Rochelle Rose-Schueler in Love with Mosaics

For the past 23 years, Rochelle Rose-Schueler has been a resident of the Central Oregon region. Her background within the arts has been molded by a number of varied courses (including graphic drawing, ceramics, metal art fabrication, woodworking, welding and glassworking) and extensive apprenticeship under Laurel True, a world-renowned mural artist.
Schueler originally received degrees in forestry and hydrology and attributes much of her geometric fine art to the math and science aspects incorporated into these studies. After creating a home-piece mosaic as a gift to a friend, Schueler says that she,“fell in love with mosaics.”
The artist ventured down to the California College of the Arts in Oakland, California and began studying mural making. Schueler studied under True in a one-week mosaic-intensive course, which Schueler describes as experience that changed her life. She went on to apprentice under mentor True in New Orleans, Louisiana the Bay Area and across the country.
In November 2015, Schueler was invited to accompany True and another elite mural artist to Haiti in order to build mosaics in a reconstruction effort. The Canadian Red Cross commissioned the Art Creation Foundation for Children (ACFFC) to create four, 8 x 12 foot murals on the walls of a hospital in Jacmel, Haiti.
Schueler and True led a team of 15 young, talented Haitians to design and build these mosaic pieces out of tile and glass, aiding in the rehabilitation process of the only regional hospital (which had been damaged in the 2010 earthquake that struck the country). After eight days, and two completed murals, Schueler returned to the United States.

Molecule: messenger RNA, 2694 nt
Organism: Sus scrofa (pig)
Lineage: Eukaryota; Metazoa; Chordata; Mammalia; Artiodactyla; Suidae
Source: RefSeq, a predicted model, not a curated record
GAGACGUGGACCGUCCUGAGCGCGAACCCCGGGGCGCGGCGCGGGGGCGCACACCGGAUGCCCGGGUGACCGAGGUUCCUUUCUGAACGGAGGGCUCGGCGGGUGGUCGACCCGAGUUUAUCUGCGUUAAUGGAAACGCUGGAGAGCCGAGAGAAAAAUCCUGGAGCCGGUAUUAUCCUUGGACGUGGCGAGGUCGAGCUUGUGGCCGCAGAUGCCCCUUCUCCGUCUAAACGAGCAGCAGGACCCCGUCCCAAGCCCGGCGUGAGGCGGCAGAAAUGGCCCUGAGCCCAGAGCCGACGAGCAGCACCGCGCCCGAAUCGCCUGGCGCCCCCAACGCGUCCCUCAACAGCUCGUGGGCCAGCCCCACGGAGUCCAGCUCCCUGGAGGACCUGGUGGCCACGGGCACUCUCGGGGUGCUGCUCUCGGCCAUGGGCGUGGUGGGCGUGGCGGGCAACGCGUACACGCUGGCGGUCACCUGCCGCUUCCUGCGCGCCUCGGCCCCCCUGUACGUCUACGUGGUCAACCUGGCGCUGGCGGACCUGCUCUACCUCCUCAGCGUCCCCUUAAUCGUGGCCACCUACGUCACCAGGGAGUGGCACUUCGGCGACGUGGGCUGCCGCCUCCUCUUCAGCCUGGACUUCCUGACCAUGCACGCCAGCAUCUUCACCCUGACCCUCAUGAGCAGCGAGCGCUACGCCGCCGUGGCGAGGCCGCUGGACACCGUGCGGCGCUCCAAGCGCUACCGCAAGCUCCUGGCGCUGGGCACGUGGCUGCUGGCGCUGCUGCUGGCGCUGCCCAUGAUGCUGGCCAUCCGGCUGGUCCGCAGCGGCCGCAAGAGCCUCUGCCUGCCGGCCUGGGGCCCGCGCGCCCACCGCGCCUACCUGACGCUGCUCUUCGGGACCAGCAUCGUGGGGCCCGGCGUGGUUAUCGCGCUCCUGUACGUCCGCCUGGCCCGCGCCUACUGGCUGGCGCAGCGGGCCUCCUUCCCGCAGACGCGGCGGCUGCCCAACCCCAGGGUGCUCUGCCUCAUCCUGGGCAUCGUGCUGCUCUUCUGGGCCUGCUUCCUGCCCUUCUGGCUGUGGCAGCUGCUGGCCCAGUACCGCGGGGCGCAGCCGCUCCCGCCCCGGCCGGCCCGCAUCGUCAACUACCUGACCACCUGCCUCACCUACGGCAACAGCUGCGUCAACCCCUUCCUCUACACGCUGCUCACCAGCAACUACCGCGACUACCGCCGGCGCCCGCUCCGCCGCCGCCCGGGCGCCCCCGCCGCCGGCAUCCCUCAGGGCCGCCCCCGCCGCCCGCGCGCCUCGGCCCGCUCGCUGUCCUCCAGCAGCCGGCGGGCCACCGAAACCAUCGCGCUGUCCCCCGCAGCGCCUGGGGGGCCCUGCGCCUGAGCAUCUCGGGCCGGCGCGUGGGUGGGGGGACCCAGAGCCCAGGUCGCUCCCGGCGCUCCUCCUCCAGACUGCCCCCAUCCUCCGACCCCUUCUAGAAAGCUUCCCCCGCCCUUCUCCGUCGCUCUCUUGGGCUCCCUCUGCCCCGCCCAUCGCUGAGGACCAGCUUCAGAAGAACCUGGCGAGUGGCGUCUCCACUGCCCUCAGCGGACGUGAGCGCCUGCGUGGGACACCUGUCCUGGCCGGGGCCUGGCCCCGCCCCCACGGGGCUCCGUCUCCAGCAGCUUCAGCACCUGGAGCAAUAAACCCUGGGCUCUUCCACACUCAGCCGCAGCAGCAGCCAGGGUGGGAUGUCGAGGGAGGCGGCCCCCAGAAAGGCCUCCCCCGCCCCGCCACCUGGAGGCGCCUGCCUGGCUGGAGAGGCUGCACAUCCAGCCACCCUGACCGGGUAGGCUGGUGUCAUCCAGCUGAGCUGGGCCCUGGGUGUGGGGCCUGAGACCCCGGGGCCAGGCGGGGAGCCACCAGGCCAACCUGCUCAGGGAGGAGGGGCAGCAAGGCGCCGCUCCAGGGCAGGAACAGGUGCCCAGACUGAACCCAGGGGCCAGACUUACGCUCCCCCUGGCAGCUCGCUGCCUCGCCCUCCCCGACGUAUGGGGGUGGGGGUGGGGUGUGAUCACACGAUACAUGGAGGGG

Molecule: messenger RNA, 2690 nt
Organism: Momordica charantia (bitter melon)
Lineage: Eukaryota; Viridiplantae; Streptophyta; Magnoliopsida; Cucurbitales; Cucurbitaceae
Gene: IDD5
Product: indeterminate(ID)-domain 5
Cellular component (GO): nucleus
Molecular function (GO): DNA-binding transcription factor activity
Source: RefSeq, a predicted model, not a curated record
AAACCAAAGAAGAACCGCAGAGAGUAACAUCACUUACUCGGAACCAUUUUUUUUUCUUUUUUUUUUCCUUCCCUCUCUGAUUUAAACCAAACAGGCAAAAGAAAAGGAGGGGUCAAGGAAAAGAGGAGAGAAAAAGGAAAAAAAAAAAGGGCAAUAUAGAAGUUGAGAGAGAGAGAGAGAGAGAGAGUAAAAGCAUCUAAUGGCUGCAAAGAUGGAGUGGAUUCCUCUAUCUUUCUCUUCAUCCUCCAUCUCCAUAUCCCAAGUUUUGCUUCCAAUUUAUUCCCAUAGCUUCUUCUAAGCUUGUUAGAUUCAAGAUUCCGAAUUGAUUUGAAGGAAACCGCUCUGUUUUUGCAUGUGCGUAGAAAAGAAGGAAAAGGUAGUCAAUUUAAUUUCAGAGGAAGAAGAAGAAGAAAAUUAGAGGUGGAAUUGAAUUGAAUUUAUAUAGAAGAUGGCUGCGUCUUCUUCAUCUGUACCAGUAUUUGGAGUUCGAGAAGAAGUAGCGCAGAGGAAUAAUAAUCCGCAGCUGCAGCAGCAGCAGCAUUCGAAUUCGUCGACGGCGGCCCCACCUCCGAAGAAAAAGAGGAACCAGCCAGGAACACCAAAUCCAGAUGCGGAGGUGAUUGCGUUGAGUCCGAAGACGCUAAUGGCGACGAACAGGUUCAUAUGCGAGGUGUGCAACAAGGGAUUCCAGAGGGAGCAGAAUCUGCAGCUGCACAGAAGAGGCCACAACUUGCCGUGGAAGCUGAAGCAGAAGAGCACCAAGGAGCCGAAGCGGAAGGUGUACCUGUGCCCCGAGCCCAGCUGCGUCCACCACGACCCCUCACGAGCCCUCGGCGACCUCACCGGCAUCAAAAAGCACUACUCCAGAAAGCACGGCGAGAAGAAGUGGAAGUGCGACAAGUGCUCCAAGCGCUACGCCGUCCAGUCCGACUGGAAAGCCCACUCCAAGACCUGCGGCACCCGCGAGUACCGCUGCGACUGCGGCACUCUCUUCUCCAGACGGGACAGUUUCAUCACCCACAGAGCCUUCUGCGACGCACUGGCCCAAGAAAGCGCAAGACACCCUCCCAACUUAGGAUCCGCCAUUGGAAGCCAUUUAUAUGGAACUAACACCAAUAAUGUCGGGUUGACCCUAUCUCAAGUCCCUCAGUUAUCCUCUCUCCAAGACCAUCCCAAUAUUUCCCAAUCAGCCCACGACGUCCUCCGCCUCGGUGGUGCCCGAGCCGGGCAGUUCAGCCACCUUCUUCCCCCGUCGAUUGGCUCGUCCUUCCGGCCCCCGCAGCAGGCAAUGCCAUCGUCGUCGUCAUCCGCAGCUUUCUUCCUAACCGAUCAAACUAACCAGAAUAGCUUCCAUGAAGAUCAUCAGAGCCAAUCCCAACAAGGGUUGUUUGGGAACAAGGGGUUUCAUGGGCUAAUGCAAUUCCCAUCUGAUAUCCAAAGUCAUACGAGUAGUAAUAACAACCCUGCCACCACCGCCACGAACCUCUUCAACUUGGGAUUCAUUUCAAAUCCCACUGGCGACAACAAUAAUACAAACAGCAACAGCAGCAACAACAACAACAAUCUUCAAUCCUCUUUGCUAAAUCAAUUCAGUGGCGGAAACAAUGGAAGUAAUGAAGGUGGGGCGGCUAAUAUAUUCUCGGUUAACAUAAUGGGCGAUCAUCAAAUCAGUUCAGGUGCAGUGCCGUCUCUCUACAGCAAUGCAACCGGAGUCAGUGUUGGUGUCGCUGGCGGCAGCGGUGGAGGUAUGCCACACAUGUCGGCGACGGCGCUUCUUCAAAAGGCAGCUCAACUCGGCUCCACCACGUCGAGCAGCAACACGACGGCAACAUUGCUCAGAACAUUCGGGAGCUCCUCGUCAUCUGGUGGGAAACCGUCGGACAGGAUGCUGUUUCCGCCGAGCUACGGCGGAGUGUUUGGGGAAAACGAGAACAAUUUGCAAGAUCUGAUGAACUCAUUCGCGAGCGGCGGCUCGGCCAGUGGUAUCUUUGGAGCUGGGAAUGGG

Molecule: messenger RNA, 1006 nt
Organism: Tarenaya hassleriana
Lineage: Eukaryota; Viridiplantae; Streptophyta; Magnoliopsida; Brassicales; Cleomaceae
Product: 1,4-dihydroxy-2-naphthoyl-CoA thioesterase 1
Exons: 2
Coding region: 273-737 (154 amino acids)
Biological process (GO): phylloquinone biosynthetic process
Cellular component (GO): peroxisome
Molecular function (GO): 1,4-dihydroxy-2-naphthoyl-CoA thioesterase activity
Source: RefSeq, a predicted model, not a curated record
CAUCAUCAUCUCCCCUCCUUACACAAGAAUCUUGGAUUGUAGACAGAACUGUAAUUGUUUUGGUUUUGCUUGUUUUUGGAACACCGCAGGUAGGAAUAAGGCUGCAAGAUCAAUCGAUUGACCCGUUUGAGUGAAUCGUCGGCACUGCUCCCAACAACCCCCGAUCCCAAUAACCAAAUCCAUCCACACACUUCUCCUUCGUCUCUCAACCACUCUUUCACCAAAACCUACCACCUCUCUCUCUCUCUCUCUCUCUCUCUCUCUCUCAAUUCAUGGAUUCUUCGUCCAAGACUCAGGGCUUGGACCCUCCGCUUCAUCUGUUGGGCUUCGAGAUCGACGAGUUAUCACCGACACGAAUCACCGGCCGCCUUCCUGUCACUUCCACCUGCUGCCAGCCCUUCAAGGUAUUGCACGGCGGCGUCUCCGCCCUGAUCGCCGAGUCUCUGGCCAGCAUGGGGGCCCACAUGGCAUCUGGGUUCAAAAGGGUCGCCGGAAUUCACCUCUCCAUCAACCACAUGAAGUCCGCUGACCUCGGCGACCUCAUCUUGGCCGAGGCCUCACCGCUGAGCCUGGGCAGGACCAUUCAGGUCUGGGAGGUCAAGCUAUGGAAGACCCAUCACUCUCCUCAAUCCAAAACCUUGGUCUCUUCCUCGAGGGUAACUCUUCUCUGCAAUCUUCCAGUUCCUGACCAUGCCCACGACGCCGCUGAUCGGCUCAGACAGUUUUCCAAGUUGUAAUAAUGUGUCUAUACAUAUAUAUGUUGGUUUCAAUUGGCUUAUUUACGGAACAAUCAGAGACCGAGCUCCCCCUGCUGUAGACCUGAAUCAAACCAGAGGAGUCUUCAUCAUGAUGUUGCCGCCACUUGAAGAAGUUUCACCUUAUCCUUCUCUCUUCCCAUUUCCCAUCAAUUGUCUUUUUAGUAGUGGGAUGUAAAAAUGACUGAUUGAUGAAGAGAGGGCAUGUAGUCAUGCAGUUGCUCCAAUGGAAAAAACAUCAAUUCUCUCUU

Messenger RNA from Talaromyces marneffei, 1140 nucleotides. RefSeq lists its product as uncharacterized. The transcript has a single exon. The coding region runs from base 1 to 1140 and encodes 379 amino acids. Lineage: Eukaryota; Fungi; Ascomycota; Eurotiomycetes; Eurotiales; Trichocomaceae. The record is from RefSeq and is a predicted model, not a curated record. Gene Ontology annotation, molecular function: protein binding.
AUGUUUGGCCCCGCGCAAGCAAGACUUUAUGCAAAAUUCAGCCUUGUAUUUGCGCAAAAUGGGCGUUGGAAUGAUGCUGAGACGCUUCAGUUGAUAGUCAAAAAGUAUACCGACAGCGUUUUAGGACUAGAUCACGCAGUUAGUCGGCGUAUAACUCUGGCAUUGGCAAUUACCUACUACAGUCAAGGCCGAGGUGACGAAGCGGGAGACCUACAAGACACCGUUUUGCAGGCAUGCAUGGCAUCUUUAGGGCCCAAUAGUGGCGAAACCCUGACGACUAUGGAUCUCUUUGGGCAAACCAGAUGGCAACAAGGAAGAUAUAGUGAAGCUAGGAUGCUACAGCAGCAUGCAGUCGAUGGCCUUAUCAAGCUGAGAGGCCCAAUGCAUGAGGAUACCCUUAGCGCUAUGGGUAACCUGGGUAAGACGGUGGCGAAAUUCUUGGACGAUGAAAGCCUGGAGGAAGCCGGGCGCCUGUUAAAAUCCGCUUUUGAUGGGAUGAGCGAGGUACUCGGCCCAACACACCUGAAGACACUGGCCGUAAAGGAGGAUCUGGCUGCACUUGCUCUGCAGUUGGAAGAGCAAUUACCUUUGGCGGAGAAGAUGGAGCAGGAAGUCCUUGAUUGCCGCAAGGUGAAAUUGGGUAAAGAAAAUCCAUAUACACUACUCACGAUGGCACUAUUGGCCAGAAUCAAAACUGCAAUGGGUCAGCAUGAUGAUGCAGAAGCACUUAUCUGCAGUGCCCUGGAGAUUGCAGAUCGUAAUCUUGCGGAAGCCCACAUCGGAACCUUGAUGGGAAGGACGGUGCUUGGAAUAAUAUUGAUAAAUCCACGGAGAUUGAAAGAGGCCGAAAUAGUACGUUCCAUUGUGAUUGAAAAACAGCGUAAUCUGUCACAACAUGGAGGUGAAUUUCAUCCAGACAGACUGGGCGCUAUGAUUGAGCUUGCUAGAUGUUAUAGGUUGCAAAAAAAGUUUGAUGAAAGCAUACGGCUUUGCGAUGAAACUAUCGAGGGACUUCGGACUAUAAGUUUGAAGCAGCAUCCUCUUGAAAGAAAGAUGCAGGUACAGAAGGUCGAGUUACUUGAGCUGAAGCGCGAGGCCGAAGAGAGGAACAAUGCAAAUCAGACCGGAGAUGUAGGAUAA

The Art Creation Foundation for Children (ACFFC) was founded in 2003 and works to provide food, clean water, medical care and an education to children living in Haiti.
Schueler states, “I felt so honored to be pulled in,” and to lead a group with the organization. The ACFFC is run entirely on a volunteer basis, and works to instruct children on different forms of art, as a means of promoting self-sustainability through art competency. In partnership with tourism agencies in Jacmel, the pieces that these kids create are then sold in local shops.
The four mosaics constructed by Schueler’s team served to teach this particular form of mural construction, and because of the efforts of these individuals, Jacmel is now “known for [its] mosaic walls.”
Schueler opened her studio, Wild Rose Artworks, in Bend in 2012. The location houses many functional pieces, such as benches and step-stools formed out of concrete, and is located near the Old Mill.
Within the Central Oregon region, Schueler continues to craft mosaic pieces for both public consumption and on a commissioned basis. She enjoys working with tile when constructing her works, as she appreciates the feel of the medium, and the way the light flows through the material.
In the future, the artist hopes to “work more toward doing architectural [pieces] and murals.” Schueler currently offers workshops at Wild Rose Artworks, during which glasswork is explored.

Rochelle Rose-Schueler
Wild Rose Artworks: Bldg. 13, 50 SE Scott St., Bend, OR 97702

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